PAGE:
Tuesday, August 07, 2018

Sorry, wrong number


My art has been appearing in print for over 50 years. My first caricature (of Hubert Humphrey) was published in 1965. And, I began inflicting my writing on the public in the 1970s. In all that time, most of the people who have bothered to speak to me about my work have been complimentary, or at least they seemed to mean well enough.

The vast majority of the time I've enjoyed their comments, even when they disagreed with me or didn't even get the point. Every now and then, it has gotten too weird. Such was the case when a man called me out of the blue on a Saturday night in the early 1990s. (In those day my phone number and PO Box number always appeared in SLANT.)

He said he had just read an issue of SLANT and had to talk with me. Right then. Naturally, the man was calling from a bar. Don't remember which one, but I think it was in a hotel. As far as I knew we had never met.

Well, I was watching a movie with my then-girlfriend, Gayle, so I didn’t want to have a long conversation. It was late and the more this character talked, the less comfortable I felt about hearing him out. He kept saying he had a story he had to tell me. It was about a scandal he thought I should write about ... and I was such a good writer and so forth.

Then he started babbling about religion. Uh, oh. So, I interrupted and told him I would not come to the bar to meet with him that night.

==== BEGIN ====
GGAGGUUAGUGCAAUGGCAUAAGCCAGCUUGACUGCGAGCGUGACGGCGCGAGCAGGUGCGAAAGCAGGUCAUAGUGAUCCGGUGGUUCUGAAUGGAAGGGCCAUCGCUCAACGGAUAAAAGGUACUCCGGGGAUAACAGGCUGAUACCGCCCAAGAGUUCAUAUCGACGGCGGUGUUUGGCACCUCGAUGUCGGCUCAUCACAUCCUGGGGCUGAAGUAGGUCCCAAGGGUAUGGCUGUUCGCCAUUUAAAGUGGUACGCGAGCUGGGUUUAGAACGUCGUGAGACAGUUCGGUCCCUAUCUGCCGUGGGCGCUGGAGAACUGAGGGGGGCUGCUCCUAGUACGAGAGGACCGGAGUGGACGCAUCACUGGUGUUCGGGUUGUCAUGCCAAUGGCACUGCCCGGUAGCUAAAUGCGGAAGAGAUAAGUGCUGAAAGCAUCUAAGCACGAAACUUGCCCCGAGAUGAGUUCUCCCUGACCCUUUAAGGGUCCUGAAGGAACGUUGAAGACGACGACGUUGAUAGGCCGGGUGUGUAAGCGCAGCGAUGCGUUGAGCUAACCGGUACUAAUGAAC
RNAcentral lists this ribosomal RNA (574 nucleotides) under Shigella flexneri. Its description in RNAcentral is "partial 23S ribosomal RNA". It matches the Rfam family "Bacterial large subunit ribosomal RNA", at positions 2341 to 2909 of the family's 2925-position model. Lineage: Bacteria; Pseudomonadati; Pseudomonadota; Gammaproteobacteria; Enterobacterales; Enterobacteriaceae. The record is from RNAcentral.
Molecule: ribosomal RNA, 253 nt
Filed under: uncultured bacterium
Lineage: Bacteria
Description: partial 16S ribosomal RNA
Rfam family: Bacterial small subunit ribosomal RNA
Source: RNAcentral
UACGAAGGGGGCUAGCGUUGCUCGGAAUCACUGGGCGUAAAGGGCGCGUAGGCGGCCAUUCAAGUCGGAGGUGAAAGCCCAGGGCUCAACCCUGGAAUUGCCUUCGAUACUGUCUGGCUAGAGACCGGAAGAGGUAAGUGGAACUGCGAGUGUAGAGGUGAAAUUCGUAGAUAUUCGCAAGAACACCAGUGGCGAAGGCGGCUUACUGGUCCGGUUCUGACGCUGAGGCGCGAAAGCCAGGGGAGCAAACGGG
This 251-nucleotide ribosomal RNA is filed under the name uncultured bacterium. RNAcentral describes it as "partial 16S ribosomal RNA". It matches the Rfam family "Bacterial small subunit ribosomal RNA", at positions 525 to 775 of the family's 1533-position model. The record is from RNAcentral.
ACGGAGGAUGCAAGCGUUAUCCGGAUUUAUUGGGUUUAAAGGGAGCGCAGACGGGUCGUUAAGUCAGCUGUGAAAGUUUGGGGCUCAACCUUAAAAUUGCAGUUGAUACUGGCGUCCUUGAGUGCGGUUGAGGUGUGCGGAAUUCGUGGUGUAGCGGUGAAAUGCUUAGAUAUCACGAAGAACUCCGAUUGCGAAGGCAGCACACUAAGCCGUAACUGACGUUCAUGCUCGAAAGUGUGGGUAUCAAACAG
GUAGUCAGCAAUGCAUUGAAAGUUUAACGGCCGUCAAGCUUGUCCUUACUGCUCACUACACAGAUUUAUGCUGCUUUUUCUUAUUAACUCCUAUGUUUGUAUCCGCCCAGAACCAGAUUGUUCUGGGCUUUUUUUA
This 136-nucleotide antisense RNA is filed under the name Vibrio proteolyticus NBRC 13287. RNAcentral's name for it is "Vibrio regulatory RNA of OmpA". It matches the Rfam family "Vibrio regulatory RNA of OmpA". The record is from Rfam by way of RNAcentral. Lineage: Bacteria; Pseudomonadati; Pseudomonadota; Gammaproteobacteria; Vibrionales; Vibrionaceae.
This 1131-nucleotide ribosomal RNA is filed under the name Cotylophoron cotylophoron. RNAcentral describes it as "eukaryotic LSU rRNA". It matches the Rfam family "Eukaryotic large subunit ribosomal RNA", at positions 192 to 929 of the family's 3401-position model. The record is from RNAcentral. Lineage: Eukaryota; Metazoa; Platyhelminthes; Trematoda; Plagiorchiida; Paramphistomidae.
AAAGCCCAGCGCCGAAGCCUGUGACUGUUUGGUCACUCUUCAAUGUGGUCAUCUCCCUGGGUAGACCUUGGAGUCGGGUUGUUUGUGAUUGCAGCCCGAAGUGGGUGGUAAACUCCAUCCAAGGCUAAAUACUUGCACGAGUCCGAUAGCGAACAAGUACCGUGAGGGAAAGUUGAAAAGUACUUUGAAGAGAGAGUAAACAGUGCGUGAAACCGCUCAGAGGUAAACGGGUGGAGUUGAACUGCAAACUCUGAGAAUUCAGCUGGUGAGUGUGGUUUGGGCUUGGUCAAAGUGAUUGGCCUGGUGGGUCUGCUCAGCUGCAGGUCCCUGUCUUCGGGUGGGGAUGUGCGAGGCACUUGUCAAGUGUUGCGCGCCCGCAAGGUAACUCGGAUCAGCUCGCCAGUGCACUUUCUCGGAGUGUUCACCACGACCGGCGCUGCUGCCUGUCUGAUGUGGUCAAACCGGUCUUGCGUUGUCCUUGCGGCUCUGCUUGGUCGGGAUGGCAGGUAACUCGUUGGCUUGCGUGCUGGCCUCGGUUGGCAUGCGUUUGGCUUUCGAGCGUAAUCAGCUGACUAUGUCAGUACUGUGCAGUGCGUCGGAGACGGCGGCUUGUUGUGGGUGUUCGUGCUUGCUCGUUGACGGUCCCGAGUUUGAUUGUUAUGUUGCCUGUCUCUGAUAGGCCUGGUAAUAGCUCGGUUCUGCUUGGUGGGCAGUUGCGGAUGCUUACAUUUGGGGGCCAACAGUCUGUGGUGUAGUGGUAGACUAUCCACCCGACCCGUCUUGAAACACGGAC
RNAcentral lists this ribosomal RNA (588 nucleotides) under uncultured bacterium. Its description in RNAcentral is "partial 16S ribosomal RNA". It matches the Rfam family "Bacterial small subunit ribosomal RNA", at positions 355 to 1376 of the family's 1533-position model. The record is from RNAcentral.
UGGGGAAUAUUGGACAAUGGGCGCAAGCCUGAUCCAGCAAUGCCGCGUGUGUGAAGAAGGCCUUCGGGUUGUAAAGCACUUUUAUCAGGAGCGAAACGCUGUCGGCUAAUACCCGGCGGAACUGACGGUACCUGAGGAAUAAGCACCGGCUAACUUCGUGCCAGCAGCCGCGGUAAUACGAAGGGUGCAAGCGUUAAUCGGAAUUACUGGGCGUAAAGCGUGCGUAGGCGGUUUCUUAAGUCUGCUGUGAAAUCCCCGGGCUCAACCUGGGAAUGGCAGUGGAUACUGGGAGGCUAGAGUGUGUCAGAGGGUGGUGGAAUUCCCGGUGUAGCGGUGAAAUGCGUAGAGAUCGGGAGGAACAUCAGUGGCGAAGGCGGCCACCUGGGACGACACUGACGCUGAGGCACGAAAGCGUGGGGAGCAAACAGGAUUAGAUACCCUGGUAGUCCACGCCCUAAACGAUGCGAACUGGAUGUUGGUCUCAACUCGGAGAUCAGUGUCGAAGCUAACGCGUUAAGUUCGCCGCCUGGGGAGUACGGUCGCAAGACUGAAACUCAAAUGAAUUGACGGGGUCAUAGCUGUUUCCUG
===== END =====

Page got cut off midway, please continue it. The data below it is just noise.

Still, experience had taught me to avoid setting this sort of oddball off. So I thanked him for the compliment and told him to call back during business hours, should he want to talk again. I don’t remember his name, now, but I did when I told the story of his unsettling phone call to some friends a couple of days later at happy hour at the Cary Street Cafe.

One of them promptly recognized his name. “You remember him,” he said (approximately), “that was the crazy guy they found on the Huguenot Bridge, maybe in February, about a year ago. He was bleeding to death.”

My friend said that according to the story in the newspaper, my Saturday night caller had apparently bought into one of those Biblical axioms. It was something like -- if thy right arm offends thee, cut it off.

My fan, obviously a religious man, went down to the wooded area north of the bridge. The account said he put his offending arm into the canal water to numb it. Then he chunked his arm into a fork in a small tree’s limbs, took out his hacksaw, and he sawed that bad arm off … just below the elbow.

Those gathered at the bar chucked. But not me. It wasn’t funny to me, because I was already wondering why in hell such a madman would want to talk to me about anything? What had I written that had set him off? Would he call back?

It was hardly the first time I’d been approached by a creepy reader, but this one -- he sawed his damn arm off! -- was especially disturbing.

Blogging and Facebook open the door to all sorts of possibilities. While I am happy to discuss reactions to my posts, there has to be a limit to what I will put up with. The story above is just one of the reasons I won’t suffer fools of a particular stripe but for so long. And, I won’t put up with bullies at all.


Furthermore, I urge others to be careful how much you engage, on the phone or online, with unreasonable people who don’t really mean well. Most of them are just a waste of time. They will try your patience. But, every now and then, one of them may be out of control in a dark way you don’t want to know about.

Fortunately, the one-handed man didn't reach out to me again.

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